Media Folder: 

2017 IDEV Practicum Team (Photo Credit: Anshu Singh)
 

In AY 2015-16, 23 students were selected for the IDEV Practicum.  Six teams traveled to Kenya, Nigeria, India, Egypt, and Sri Lanka, in order to support clients by working on projects ranging from decision-making tools for sanitation decision makers to evaluating business models for training and vocational education.  The field work conducted by the teams in January 2016 is summarized below:

  • Athena Infonomics - City Development, India:  Worked with government officials, civil society organizations, and academics to determine possible strategies to leverage technology to engage directly with citizens to improve service delivery in urban areas.  Particular attention was paid to road quality. The team will build on RoadLab app, which was used as the key element in a blueprint for identifying poor-quality road construction to be targeted for repair. Final Deliverable [82].
  • Athena Infonomics - Sanitation Planning, India: Supported the development of a Decision Support System (DSS) Tool to aid policymakers in determining future urban sanitation investments.  Students carried out field work in Chennai and Vellore, India and created a blueprint for a DSS tool that will be shared with Athena. Final Deliverable [83].
  • International Water Management Institute, Sri Lanka: Assess the threats and opportunities to the fishing communities surrounding Negombo Lagoon through meetings and focus groups with key government officials, fishermen, and non-profit organizations in the area.  Conducted extensive research to describe the cause of declining ecosystems and shrinking catch size, and determine possible strategies for solving these problems. Final Deliverable [84].
  • Promundo, Egypt:  The Practicum team worked with the International Men and Gender Equality Survey (IMAGES) team of Promundo to identify potential partners and support adoption of Promundo’s gender equality activities to new contexts in the Middle East.  Final deliverable results included a comprehensive stakeholder map for new partners as well as policy recommendations for expanding into Morocco.
  • Sino-Africa Centre of Excellence Foundation (SACE), Kenya:  Four IDEV students traveled to Kenya to work with SACE and determine possible strategies for improving Technical Vocational Education Training (TVET) to better meet the needs of Chinese firms operating in Africa.  Interviews in Eldoret, Nairobi, and Mombasa determined gaps and areas of weakness in the TVET market in Kenya, and final deliverables will result in proposed strategies for achieving long-term sustainability and further growth for SACE. Final Deliverable [85].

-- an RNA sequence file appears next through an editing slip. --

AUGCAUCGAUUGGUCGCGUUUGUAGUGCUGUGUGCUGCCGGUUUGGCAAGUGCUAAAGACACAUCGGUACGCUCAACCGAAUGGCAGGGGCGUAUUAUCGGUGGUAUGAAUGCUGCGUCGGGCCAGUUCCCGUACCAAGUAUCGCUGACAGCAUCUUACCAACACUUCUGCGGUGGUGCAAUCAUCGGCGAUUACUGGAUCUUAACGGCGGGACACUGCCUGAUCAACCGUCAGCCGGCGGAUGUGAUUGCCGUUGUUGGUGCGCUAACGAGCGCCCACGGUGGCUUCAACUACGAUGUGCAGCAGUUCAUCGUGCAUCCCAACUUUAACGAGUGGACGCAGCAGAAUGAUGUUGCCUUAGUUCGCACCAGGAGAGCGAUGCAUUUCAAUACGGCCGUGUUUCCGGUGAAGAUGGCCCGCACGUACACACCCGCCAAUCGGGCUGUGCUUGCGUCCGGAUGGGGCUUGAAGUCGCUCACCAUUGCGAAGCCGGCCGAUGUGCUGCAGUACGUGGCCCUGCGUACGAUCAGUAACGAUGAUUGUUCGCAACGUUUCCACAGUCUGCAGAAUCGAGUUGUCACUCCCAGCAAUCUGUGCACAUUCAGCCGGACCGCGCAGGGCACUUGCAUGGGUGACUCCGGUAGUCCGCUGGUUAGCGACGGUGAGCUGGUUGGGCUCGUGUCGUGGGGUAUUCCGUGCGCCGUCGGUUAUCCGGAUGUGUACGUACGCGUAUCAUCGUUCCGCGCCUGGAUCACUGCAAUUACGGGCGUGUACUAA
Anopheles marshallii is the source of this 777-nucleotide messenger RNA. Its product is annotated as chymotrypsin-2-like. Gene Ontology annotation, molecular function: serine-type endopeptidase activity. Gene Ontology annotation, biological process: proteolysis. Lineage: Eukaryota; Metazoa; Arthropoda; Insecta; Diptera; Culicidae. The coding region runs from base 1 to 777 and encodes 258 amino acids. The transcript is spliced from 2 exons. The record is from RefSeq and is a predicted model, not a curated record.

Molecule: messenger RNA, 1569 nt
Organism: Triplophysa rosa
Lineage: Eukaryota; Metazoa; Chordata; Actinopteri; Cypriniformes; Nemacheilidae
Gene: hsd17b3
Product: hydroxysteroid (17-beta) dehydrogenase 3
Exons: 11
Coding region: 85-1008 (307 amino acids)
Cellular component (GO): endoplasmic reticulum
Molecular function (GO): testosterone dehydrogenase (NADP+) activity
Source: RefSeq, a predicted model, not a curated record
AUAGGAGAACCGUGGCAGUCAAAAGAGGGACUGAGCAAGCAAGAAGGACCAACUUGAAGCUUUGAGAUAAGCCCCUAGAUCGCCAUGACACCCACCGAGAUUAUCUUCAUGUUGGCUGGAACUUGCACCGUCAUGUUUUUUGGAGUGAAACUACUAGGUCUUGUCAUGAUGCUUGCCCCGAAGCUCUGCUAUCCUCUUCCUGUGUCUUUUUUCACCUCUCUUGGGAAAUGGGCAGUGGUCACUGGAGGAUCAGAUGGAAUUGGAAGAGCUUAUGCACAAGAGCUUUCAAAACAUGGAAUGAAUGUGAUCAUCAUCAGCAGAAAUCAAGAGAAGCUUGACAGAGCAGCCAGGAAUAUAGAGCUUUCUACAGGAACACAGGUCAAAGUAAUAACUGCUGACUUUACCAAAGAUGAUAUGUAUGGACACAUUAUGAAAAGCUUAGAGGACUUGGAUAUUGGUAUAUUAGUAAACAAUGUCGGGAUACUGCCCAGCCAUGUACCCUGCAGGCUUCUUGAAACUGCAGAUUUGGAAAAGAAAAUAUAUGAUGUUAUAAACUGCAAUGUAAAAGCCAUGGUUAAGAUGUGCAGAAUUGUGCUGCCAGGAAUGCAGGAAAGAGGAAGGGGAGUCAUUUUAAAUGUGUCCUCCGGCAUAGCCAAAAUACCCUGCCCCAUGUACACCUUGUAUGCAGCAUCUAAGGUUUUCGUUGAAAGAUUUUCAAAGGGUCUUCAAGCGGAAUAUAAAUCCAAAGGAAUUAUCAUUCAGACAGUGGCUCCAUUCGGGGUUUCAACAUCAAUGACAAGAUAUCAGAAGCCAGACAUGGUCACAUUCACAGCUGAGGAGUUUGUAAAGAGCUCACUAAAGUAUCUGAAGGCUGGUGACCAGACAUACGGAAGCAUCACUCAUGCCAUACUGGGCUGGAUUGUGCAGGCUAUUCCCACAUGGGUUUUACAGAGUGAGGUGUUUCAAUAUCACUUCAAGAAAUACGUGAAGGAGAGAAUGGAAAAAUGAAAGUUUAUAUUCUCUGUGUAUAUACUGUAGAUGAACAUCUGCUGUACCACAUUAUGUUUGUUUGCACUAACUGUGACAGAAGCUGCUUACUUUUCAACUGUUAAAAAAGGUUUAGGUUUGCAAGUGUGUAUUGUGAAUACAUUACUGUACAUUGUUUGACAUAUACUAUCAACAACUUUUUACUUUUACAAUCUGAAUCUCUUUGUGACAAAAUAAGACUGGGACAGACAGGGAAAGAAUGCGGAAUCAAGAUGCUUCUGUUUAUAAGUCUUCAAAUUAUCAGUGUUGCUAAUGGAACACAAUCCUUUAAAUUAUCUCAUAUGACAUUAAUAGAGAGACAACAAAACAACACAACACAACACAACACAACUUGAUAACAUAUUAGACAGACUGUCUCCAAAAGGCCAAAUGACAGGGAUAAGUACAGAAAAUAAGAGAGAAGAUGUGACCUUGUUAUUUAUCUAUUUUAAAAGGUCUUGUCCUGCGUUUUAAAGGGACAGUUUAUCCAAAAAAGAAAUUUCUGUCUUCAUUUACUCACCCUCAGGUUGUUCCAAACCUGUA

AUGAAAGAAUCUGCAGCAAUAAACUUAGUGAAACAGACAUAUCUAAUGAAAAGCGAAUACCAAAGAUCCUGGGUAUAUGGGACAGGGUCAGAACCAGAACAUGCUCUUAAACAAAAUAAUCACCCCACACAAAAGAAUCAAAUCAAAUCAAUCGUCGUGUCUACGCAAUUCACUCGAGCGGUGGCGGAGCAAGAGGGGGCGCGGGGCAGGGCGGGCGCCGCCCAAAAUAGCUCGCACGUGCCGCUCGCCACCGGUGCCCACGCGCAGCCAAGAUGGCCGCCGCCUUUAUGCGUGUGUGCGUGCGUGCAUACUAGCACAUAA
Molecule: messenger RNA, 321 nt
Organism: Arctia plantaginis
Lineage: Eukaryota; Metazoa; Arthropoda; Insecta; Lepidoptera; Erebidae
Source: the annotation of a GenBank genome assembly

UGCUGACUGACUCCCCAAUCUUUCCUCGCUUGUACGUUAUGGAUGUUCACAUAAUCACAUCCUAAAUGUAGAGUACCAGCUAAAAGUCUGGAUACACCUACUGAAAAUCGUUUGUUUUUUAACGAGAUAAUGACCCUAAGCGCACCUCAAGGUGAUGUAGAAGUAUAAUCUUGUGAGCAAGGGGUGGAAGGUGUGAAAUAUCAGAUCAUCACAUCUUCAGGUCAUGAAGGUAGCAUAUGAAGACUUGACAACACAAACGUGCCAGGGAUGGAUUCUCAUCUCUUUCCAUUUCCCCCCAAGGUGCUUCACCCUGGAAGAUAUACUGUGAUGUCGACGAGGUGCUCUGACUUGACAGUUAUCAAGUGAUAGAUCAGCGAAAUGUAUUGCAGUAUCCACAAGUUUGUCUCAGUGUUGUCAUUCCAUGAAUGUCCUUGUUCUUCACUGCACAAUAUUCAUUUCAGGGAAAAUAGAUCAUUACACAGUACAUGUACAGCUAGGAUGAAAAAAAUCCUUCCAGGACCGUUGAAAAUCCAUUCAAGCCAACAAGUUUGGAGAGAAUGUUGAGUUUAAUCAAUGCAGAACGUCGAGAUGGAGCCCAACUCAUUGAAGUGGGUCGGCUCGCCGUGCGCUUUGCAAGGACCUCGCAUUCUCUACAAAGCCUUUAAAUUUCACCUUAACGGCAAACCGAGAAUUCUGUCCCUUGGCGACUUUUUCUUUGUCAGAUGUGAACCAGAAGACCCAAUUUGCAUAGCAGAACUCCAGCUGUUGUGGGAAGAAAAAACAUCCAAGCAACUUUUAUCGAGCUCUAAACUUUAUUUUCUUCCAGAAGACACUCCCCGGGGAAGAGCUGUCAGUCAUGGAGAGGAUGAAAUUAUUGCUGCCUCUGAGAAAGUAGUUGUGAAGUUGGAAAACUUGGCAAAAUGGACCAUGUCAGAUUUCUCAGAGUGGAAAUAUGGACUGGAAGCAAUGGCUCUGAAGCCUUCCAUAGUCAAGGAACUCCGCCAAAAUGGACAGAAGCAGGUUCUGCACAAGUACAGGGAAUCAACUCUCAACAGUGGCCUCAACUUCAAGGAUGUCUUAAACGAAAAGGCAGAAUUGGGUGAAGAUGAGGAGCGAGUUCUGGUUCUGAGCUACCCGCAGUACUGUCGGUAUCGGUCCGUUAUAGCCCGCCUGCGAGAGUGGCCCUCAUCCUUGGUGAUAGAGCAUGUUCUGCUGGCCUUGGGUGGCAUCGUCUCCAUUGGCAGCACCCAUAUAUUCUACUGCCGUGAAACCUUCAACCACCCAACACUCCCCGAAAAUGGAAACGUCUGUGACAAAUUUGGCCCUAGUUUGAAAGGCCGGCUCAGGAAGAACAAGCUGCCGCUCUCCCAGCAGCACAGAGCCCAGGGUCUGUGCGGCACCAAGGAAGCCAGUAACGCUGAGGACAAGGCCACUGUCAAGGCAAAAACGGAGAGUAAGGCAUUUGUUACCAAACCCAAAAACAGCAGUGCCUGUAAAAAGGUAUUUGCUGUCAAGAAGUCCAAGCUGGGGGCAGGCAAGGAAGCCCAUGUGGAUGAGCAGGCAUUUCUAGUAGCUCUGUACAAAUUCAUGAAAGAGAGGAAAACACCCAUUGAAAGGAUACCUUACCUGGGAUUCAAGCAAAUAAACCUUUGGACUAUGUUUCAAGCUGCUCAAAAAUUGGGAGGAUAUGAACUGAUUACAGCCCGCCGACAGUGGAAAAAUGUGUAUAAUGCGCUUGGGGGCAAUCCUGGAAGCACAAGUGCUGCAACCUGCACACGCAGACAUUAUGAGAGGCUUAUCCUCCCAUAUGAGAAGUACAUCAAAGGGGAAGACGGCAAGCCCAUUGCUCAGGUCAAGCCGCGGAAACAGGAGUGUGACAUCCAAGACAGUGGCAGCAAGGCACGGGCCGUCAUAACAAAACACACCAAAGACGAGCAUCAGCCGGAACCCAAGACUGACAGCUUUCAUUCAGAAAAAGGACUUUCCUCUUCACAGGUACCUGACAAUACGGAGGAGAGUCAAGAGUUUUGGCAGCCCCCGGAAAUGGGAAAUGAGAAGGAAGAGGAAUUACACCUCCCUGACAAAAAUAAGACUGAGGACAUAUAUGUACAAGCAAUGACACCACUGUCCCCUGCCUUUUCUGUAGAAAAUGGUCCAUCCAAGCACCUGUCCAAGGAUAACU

• Zhongfu International Investment Company, Nigeria: IDEV students worked with their client to assess the successes and opportunities for the Ogun-Guandong Free Trade Zone with a particular focus on management strategies and sustainable growth for the FTZ.  Final deliverables will include suggestions for further management and organizational strategies to improve the FTZ. Final Deliverable [86].

IDEV AY2015-16 Practicum Client Presentation on 4/27/2016 with Presentation Video  [87]and PowerPoint Presentation. [88]

2016 IDEV practicum team (Photo Credit: Jacquelyn Kasuya, SAIS)


In AY 2014-15, the Practicum grew to include 22 students who traveled with their teams to Cambodia, the Philippines, China, India and Mexico, based on the location of the client and the project. Consulting teams once again negotiated a demanding terms of reference with their clients and produced an array of high quality outputs, described below.

  • ASER-India: Work with ASER, the premier independent evaluator of educational inputs and outcomes in India, to understand how to incorporate twenty-first century skills into educational curricula and evaluate readiness among students and teachers in government schools. Students carried of field work in India and created new qualitative and quantitative tools for ASER. Final Deliverable [89].
  • FEMSA Foundation, Mexico: Evaluate the existing nutritional education programs in Food Banks supported by the Foundation and create new monitoring and evaluation tools for the Foundation. These are supported by training tools for staff. The team also completed an evaluation of potential partners for the Foundation. All research and tools are in Spanish. Final Deliverable [90] and Measurement Plan [91].
  • Mercy Corps, the Philippines: Using primary qualitative and quantitative survey data and an extensive literature survey, student produced a comprehensive report on the determinants of disaster resilience in the Philippines. Their analysis focused on financial inclusion and an evaluation of Mercy Corps' unconditional cash transfer program in the typhoon affected areas of the Philippines. Final Deliverable [92].